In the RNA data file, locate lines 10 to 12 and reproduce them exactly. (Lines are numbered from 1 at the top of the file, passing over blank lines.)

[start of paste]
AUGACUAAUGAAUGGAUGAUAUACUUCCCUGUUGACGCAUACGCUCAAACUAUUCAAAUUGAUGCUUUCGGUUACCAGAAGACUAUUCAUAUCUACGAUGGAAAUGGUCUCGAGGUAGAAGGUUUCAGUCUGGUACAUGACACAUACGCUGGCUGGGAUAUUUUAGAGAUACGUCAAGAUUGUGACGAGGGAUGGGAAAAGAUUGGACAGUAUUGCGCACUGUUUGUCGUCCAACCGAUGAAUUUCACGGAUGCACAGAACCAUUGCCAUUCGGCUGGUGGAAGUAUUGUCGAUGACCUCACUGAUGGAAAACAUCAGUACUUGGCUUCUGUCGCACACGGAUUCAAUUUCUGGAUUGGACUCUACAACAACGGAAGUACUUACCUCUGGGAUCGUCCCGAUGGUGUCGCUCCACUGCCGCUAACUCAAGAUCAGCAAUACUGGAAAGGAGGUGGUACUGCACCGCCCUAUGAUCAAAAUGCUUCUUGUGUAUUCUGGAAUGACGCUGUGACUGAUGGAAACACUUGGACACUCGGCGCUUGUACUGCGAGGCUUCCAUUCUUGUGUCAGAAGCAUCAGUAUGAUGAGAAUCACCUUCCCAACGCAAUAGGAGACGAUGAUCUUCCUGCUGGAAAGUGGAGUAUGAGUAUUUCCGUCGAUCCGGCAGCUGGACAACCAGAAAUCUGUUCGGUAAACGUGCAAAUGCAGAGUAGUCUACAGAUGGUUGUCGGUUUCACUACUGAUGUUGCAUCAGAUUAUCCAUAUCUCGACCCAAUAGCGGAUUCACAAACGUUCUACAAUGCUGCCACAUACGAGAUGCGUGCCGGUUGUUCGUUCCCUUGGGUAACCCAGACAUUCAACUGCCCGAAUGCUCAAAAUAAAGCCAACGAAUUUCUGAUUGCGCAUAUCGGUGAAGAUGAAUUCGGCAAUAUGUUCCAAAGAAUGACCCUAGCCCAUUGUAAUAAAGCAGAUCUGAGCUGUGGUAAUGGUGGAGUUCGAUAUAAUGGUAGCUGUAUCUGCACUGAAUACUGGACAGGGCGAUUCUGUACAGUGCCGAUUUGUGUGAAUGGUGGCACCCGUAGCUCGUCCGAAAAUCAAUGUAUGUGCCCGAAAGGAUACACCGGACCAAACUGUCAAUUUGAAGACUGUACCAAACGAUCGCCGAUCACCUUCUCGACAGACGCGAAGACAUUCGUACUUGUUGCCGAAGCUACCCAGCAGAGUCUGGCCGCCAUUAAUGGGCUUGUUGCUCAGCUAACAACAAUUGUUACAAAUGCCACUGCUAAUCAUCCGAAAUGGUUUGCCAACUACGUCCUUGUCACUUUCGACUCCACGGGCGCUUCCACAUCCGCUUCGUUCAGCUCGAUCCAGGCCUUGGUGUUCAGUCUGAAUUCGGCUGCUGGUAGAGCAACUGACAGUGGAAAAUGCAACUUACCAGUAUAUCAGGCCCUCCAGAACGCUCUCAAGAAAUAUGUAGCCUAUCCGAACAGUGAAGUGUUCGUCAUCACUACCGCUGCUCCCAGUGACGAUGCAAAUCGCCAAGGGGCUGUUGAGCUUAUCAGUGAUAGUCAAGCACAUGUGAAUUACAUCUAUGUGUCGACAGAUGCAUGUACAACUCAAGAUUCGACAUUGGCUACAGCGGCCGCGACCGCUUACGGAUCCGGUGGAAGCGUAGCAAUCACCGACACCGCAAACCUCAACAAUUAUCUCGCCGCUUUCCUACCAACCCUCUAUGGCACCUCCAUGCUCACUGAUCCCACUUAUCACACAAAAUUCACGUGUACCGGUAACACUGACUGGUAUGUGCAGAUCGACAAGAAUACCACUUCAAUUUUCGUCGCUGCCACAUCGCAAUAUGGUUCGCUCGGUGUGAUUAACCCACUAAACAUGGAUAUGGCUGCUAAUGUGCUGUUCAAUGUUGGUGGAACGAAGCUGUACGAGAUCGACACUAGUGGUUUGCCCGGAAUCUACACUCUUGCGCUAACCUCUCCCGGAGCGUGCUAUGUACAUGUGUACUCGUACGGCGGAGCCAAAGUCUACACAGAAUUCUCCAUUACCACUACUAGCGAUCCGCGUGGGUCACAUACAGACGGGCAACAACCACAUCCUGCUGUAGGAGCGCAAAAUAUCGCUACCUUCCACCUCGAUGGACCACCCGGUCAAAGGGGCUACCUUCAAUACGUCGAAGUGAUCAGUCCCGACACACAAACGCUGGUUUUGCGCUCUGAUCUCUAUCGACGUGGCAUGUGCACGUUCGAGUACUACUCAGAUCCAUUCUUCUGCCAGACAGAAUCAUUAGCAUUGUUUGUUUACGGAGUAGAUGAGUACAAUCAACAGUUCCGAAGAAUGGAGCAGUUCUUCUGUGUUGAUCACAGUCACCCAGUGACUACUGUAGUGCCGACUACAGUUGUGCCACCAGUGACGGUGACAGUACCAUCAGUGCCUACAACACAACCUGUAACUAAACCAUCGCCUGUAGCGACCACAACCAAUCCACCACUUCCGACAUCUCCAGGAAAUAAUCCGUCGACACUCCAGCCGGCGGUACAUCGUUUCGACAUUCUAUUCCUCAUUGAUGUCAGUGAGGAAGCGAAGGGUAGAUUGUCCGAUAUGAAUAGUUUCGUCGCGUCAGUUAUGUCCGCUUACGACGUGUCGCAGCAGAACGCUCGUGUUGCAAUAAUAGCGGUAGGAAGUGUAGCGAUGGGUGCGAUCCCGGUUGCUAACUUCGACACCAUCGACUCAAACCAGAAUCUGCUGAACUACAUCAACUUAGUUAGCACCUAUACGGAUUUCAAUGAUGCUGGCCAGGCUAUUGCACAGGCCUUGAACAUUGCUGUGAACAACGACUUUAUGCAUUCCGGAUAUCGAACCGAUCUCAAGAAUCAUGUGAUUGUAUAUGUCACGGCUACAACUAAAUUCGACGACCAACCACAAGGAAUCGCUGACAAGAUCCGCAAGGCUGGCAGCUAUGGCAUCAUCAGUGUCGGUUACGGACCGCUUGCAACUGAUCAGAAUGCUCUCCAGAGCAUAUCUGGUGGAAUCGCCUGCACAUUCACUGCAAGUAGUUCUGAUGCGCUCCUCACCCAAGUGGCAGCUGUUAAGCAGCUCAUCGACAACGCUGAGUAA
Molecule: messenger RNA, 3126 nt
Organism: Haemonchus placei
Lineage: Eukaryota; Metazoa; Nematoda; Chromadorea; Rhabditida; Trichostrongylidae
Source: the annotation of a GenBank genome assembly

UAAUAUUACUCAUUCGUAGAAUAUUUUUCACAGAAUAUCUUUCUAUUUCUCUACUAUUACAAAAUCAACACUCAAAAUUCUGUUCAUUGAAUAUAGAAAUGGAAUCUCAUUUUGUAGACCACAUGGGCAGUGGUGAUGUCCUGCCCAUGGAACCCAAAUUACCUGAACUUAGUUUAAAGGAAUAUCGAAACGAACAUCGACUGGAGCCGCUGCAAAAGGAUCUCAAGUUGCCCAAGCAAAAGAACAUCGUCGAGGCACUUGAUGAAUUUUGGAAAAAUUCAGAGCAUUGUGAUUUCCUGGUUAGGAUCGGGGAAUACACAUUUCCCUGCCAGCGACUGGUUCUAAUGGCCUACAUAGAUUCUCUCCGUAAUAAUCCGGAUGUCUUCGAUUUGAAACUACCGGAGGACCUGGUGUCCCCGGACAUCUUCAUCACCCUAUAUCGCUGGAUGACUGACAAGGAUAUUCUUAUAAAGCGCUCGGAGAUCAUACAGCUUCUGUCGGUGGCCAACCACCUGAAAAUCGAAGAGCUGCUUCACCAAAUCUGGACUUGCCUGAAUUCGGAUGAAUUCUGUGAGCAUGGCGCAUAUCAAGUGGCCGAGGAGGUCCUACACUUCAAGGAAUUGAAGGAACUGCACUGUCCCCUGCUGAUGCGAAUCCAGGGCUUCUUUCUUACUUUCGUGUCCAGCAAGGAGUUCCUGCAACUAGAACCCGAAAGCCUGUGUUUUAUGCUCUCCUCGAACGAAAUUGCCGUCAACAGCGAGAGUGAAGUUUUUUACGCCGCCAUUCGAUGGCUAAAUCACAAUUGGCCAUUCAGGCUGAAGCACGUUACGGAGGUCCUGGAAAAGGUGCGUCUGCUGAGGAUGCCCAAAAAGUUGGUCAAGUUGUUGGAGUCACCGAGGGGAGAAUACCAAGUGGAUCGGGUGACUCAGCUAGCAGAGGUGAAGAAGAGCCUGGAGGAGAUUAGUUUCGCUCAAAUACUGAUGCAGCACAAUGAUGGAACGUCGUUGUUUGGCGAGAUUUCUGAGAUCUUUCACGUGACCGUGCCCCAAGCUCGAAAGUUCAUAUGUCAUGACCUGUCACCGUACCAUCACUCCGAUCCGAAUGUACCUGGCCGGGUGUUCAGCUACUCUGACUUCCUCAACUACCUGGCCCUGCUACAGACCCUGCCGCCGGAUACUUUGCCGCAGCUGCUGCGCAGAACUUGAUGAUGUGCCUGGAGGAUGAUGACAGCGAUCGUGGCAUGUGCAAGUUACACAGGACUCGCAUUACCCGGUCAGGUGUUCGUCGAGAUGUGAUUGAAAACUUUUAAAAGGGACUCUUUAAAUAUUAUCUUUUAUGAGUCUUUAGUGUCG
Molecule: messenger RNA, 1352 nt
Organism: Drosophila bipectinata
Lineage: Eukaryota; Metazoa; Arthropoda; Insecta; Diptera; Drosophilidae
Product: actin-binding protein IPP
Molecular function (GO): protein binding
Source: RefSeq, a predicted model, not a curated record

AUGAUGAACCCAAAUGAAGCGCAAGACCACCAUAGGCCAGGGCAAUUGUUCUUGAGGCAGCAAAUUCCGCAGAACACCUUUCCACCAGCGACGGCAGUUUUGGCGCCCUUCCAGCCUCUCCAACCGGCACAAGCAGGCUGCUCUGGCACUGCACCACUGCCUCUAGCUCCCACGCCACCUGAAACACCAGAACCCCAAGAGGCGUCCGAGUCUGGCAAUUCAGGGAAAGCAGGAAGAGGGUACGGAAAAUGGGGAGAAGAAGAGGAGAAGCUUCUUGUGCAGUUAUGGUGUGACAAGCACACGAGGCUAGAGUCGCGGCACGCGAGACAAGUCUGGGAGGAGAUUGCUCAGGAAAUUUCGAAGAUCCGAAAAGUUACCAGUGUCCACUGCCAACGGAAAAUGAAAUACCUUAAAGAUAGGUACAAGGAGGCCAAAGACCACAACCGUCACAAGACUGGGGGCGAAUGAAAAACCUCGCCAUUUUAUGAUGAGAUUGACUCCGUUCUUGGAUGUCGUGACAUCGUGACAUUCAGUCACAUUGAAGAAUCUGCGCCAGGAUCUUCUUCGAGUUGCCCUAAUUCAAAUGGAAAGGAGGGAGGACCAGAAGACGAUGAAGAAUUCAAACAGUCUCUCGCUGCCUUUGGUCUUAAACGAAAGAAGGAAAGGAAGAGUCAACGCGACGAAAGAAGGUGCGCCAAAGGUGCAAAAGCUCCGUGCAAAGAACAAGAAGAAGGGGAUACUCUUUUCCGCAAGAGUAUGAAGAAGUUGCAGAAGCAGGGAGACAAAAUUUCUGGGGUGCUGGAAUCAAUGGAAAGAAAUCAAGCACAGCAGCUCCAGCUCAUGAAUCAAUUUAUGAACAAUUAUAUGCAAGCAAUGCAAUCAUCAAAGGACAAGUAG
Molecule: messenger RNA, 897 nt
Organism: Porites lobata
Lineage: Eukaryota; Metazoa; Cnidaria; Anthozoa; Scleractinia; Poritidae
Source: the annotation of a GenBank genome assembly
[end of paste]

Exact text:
Product: actin-binding protein IPP
Molecular function (GO): protein binding
Source: RefSeq, a predicted model, not a curated record